Tyrant Model using Decision Process Theory

A classic game theory model for a tyrant might be a game of chicken, with a tyrant against the poor, each choosing between swerving or crashing. The difference however is that a tyrant has more power and influence than the poor. One aspect of game theory that we believe needs to be changed is that the size of the payoffs should matter.

As an example of something that plays no role in game theory, consider the concept of engagement. Multiplying the payoff matrix by the engagement does not change the max-min solution of game theory and is thus of no importance. Moreover, the payoff matrix strength is not relevant either. In physics, this is like saying that the charge of a particle does not influence its motion in a magnetic field, nor does the strength of the magnetic field. This is only true for a charge moving parallel to the field. The circulation around the field clearly depends on the charge as well as on the strength of the field.

The hard part is to disentangle the charge from the field strength. This is accomplished in physics by the field equations that say that charges and currents are the sources of the fields. Strong engagement leads to changes in the players behaviors through changes in their payoff and valuation fields. What is amazing however, is that engagement like viscosity enters the decision process theory equations in a non-linear way. Therefore, dramatically increasing or decreasing the engagement changes the qualitative behavior of the decision flow. You get an inkling of why when you realize that the engagement is itself a conserved flow and therefore contributes to the energy momentum of the system. It thus gets shared with other component parts.

Like viscosity, when the engagement is small it has almost no effect other than adjusting the time scale. As it gets larger, the non-linear nature of its behavior becomes evident. It is even possible that we might get “chaotic” or “turbulent” behaviors, though there is currently no basis for this conjecture. The following is the result of a computation (using a decision engineering notebook described in the Stationary Ownership Model Update white paper and implemented using a Mathematica notebook) in which the poor outnumber the tyrant by 10:1 and the engagement of the tyrant to the poor is 1:10.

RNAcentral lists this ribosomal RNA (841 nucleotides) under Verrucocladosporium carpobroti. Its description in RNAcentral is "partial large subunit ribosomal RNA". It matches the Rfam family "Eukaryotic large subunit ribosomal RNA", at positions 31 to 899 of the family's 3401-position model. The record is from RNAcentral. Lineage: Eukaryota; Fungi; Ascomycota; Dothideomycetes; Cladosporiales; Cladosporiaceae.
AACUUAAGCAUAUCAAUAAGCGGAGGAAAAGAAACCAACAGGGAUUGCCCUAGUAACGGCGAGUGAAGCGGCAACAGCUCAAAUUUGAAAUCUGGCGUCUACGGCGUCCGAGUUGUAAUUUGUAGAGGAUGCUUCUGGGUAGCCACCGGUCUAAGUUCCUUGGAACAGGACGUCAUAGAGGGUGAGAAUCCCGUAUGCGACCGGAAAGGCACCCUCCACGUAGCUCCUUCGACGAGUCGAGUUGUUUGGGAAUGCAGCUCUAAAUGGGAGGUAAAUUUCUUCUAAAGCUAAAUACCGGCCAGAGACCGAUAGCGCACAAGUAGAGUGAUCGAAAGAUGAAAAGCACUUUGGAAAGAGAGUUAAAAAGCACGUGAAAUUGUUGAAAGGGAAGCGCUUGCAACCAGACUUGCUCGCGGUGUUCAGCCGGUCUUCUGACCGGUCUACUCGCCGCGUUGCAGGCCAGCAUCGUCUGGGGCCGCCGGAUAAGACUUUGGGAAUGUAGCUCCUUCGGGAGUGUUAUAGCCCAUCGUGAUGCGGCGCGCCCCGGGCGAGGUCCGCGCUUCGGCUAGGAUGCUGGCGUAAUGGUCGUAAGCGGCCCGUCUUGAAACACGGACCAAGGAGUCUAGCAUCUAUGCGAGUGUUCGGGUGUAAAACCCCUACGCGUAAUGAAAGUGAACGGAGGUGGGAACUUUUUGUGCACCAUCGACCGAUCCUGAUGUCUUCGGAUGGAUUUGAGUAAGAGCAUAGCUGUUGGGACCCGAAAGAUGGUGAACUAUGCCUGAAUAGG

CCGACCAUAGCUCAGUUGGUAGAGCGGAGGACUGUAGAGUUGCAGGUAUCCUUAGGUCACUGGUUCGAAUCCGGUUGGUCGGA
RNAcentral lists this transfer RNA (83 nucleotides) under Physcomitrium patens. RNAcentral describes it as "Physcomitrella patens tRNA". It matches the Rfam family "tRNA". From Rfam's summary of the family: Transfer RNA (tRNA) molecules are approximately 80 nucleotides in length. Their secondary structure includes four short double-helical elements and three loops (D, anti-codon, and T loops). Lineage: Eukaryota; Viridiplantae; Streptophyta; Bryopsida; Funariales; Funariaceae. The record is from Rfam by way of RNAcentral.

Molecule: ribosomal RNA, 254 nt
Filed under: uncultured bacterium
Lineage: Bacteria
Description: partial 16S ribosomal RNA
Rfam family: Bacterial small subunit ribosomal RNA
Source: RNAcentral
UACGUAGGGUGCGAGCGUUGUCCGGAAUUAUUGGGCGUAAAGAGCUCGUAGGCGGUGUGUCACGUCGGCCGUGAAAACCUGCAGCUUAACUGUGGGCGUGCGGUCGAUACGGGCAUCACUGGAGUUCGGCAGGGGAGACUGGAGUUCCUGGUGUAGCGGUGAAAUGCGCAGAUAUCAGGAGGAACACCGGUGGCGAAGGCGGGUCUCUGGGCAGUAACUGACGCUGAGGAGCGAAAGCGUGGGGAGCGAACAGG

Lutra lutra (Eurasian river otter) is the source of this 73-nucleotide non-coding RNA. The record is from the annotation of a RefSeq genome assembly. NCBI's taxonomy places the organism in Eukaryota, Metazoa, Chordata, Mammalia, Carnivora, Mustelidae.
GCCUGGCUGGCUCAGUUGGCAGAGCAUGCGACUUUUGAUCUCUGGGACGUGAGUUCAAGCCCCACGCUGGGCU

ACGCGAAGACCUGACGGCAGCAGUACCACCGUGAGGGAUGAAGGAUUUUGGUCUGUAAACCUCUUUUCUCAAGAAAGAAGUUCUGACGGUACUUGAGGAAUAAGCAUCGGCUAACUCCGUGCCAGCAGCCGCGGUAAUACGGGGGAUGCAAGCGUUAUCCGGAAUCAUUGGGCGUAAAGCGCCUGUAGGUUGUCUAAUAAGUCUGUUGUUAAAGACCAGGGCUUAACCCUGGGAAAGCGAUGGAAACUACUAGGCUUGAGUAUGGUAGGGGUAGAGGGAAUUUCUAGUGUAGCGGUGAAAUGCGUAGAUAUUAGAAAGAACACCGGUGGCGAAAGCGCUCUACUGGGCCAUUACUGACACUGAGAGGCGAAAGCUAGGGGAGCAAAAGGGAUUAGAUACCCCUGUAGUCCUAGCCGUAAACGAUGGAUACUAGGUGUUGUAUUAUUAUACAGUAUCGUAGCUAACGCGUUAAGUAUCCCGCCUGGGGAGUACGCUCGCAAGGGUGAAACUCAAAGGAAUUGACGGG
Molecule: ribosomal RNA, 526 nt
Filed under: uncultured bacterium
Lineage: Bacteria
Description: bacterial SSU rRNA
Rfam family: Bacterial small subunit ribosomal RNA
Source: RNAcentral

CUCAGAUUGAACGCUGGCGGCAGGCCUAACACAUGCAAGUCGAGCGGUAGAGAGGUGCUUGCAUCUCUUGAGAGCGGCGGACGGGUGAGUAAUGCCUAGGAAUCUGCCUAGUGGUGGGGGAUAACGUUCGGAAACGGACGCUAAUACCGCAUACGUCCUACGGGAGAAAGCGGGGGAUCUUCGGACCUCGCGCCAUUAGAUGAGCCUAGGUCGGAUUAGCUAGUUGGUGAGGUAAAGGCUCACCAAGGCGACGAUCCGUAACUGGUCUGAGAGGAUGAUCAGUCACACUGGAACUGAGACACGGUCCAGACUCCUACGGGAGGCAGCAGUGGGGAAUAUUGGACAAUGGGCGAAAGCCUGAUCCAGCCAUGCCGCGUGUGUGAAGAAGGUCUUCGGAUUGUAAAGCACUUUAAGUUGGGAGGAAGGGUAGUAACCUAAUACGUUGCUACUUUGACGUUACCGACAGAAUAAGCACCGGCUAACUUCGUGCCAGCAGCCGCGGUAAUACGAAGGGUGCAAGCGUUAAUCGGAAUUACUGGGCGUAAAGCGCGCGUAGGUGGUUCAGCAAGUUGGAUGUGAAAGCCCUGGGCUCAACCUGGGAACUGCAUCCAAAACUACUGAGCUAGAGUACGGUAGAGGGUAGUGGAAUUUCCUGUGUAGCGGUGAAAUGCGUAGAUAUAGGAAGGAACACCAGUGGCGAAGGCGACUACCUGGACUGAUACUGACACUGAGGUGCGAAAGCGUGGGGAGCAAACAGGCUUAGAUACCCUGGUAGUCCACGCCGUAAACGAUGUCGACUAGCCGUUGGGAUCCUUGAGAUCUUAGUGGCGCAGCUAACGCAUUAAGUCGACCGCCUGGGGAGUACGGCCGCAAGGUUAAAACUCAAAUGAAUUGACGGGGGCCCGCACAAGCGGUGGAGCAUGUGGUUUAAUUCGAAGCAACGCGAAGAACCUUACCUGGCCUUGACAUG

We have the following interpretation of this picture. From a game theory perspective, the model has two Nash equilibriums. The poor see their strategy to be “swerve” and assume that the wealthy will “crash”. The wealthy see the opposite. This is one variant of the classic game of chicken. It is clear in the figure that by assuming the wealthy are much less engaged, we are closer to one of the Nash equilibrium: we see the Nash equilibrium of the poor, which is to “swerve” and for the wealthy to “crash”.

We see more however. Because of the inequality between the two players, the preference of the poor to crash is going to be smaller over time than for the wealthy to crash. So, in some sense, the wealthy crashing is not as devastating as it is for the poor. There is much less incentive for the wealthy to avoid the choice “swerve”.

The strategic flows add some interesting aspects to the story. The magnitude of the flows in this model run are all comparable. Nevertheless, they support the fact that the net behavior for the wealthy to swerve is zero and the net behavior of the wealthy to crash is small and positive. It is also clear that the net flow for the poor to swerve is much bigger than any of the other net flows.

We interpret this as follows. The poor will suffer and avoid the game of chicken. On average they will swerve. The wealthy will crash, making what appears to be the correct assumption that the poor will always swerve. These assumptions, however, rely on the small engagement of the wealthy. This appears to be the trademark of the tyrant They suffer no consequence for their action and are thus rewarded. The full decision process theory would go on to predict that the payoffs for the wealthy should not change since their source is small. The poor however might change their payoffs over time to better reflect what is happening.

Is there anything that can be done? One possibility is demand an equality of effort between the tyrant and the people, through laws, the courts or the press, as examples. An example computation is provided below, using a gravitational like field to force equality by imagining a potential well that is centered when the strategic effort of the poor matches the strategic effort of the tyrant.

The model generates a time component of the metric, which can be thought of as a “gravitational” field that pulls all strategies to this common center. We see the consequence of this in the above figure. We now expect that the tyrant will see consequences to their action, despite their initial lack of engagement. In fact it might be that that engagement will also change as a consequence.


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